ALLERGY, RESPIRATORY
Asthmatics Who Quit Smoking May Reverse Lung Damage
New Spray Could Benefit Cystic Fibrosis Patients
Molecule in Skin May Link Eczema and Asthma
ALTERNATIVE MEDICINE
U.S. Spends Billions On Alternative Medicine
Could Chinese Herb Be a Natural Viagra?
Wristbands May Lessen Nausea After Radiation
ANIMAL CARE
Beware of Dog Bites
Safe Toys for Dogs
Rest Easy. When It Comes to Swine Flu, Your Pet Is Safe
BONES & JOINTS
A Little Drink May Be Good for Your Bones
Gene Plays Key Role in Clubfoot
Exercise Key Player in Knee Replacement Recovery
CANCER
Physical Activity May Prolong Survival After Colon Cancer
Lifting Weights Can Ease Arm Swelling in Breast Cancer Survivors
Poor Women Seem to Be Skipping Breast Cancer Drugs
CAREGIVING
3 Steps Might Help Stop MRSA's Spread
Babies Born in High Pollen Months at Wheezing Risk
Caregivers Face Multiple Strains Tending Older Parents
CIRCULATORY SYSTEM
Potassium-Rich Foods May Cut Stroke, Heart Disease Risk
Laughter Can Boost Heart Health
Exercise Extends Life of Kidney Patients
COSMETIC
What to Do If You Have Unsightly Veins
Science May Banish Bad Hair Days
Wrinkle Fillers Need Better Label Warnings: FDA Panel
DENTAL, ORAL
Acid Drinks Blamed for Increase in Tooth Erosion
Health Tip: At Risk for Gingivitis
Gummy Bears Join Cavity Fight
DIABETES
Laughter May Lower Heart Attack Risk in Diabetics
Strict Blood Sugar Lowering Won't Ease Diabetes Heart Risk
Boosting Vitamin D Can Do a Heart Good
DIET, NUTRITION
Is Coffee Good or Bad for Your Health?
Red Meat No No No But Oily Fish Yes Yes Yes
Eating Free Range
DISABILITIES
Could Your Cell Phone Help Shield You From Alzheimer's?
Review Finds Marijuana May Help MS Patients
ENVIRONMENTAL HEALTH
FDA Faulted for Stance on Chemical in Plastics
EPA Alerts Seniors to Carbon Monoxide Dangers
As Earth Warms, Lyme Disease Could Flourish
EYE CARE, VISION
Music Can Help Restore Stroke Patients' Sight
Guard Kids' Eyes Against Long-Term Sun Damage
Retinal Gene Is Linked to Childhood Blindness
FITNESS
Exercise Keeps the Brain Young
Moderate Aerobic Exercise Lowers Diabetics' Liver Fat
Women Who Run May Benefit From Extra Folic Acid
GASTROINTESTINAL PROBLEMS
New Guidelines Issued for Management of IBS
Intestinal Bacteria Trigger Immune Response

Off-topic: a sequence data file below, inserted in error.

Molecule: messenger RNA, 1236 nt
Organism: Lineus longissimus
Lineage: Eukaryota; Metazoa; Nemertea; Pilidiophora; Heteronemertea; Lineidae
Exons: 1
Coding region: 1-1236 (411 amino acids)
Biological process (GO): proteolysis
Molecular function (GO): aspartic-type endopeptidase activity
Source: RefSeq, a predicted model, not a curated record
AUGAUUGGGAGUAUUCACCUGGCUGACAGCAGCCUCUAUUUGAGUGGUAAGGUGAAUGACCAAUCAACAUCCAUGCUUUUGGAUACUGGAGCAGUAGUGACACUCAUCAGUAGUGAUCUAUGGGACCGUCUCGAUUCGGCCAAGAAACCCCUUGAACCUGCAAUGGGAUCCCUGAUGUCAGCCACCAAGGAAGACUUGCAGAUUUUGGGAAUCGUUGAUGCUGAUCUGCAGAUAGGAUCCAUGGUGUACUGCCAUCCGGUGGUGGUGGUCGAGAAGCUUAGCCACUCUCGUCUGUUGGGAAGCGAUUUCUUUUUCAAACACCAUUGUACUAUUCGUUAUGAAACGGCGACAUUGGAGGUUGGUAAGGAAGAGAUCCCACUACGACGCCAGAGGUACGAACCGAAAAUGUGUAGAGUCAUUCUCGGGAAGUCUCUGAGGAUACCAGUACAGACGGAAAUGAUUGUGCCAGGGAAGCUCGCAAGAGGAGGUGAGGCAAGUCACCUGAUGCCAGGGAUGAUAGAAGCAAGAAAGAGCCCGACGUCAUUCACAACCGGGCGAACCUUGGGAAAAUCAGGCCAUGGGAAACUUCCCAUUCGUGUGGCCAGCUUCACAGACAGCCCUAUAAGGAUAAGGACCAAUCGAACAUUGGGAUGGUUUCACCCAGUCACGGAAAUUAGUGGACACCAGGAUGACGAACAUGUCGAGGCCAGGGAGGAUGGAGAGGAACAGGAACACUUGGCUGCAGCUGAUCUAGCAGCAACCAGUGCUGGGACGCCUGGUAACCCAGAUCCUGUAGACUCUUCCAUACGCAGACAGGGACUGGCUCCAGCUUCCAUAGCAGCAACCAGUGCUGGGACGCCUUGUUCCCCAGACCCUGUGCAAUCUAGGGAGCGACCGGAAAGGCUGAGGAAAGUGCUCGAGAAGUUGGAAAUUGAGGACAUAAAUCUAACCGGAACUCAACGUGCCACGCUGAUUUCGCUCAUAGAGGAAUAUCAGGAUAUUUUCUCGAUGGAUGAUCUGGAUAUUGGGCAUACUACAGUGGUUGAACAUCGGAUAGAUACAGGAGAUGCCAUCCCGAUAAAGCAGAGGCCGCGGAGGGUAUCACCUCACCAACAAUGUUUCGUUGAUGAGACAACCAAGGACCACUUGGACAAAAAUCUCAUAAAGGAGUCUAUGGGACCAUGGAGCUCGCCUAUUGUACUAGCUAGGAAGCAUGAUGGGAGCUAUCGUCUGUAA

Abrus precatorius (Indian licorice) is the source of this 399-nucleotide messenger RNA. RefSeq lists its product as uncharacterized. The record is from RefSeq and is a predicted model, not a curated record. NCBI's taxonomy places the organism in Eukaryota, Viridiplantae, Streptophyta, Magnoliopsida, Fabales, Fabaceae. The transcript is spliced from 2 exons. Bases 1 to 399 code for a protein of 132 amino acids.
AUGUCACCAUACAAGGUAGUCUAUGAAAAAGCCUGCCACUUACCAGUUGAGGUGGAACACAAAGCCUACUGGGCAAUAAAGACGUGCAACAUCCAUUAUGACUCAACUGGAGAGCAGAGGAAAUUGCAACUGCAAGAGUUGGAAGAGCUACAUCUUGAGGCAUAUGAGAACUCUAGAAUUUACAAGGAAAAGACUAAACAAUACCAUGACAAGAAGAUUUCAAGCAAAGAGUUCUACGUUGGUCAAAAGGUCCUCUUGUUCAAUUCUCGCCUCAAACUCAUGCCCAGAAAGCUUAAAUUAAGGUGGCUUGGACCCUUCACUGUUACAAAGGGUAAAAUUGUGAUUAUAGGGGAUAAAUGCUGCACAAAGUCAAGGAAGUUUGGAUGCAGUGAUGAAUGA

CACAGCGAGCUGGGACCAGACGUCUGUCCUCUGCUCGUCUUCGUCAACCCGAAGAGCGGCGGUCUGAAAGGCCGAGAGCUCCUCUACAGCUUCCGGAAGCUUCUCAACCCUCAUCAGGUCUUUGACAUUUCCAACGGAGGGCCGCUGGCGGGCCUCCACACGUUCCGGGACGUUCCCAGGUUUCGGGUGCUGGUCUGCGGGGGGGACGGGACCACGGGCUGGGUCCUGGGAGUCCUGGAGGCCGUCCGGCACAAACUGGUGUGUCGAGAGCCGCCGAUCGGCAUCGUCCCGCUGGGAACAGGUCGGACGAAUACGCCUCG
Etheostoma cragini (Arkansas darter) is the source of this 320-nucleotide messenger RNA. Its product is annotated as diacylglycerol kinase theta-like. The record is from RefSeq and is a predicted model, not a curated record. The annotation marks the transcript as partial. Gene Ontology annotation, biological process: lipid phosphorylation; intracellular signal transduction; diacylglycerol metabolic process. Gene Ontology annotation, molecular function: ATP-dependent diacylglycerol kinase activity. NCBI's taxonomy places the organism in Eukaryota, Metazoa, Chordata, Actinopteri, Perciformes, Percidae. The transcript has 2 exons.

HRT Use Raises Risk of Stomach Trouble
GENERAL HEALTH
U.S. Prepares for Possible Return of Swine Flu in Fall
Internet Program Helps Problem Drinkers
Hand-Washing Habits Still Need Improvement: Survey Says
HEAD & NECK
Many Children Will Outgrow Headaches
Ski Helmets Encouraged for All
Zen May Thicken Brain, Thwart Pain
HEALTH & TECHNOLOGY
Subway Defibrillators Save Lives
Magnet Therapy May Ease Hard-to-Treat Depression
'Comfort Dogs' Come to Emotional Rescue
HEARING
Noise Hurts Men's Hearing More, Study Shows
Summer Sounds Can Lead to Hearing Loss
HEART & CARDIOVASCULAR
Women Who Run May Benefit From Extra Folic Acid
Fish Oil Supplements Help With Heart Failure
Fewer Heart Attacks After England Goes Smoke-Free
INFECTIOUS DISEASE
Viral Infection Might Trigger High Blood Pressure
The HPV Vaccine: Preventative Medicine or Human Sacrifice?
Poor Restroom Cleaning Causes Cruise-Ship Sickness
INFERTILITY
Obesity May Affect Fertility in Young Womene
KID'S HEALTH
Bullying Seems to Affect Kids Years Later
Exercise Eases Obesity and Anger in Kids
Wood Fires Can Harm the Youngest Lungs
MEN'S HEALTH
Eating Fast Until Full Triples Overweight Risk
Countdown to Hair Loss
Physical Activity May Prolong Survival After Colon Cancer
MENTAL HEALTH
Meditation May Boost College Students' Learning
Psychotherapy Can Boost Happiness More Than Money
Positive Brain Changes Seen After Body-Mind Meditation
PAIN
Tai Chi May Help Ease Fibromyalgia
'Cell Phone Elbow' -- A New Ill for the Wired Age
Are We Exercising Pain Away? Not So Much.
PHYSICAL THERAPY
PREGNANCY
Calcium Supplements Cut Blood Lead Levels During Pregnancy
Acupuncture May Relieve Acid Indigestation In Pregnancy
Obesity May Affect Fertility in Young Womene
SENIORS
More Whole Grains May Mean Less Fat
Laughter Can Stimulate a Dull Appetite
Daily dose of beet juice promotes brain health in older adults
SEXUAL HEALTH
SLEEP DISORDERS
Pay Attention to Signs That Say You're Too Fatigued to Drive
Better Sleep, Grades Seem to Go Up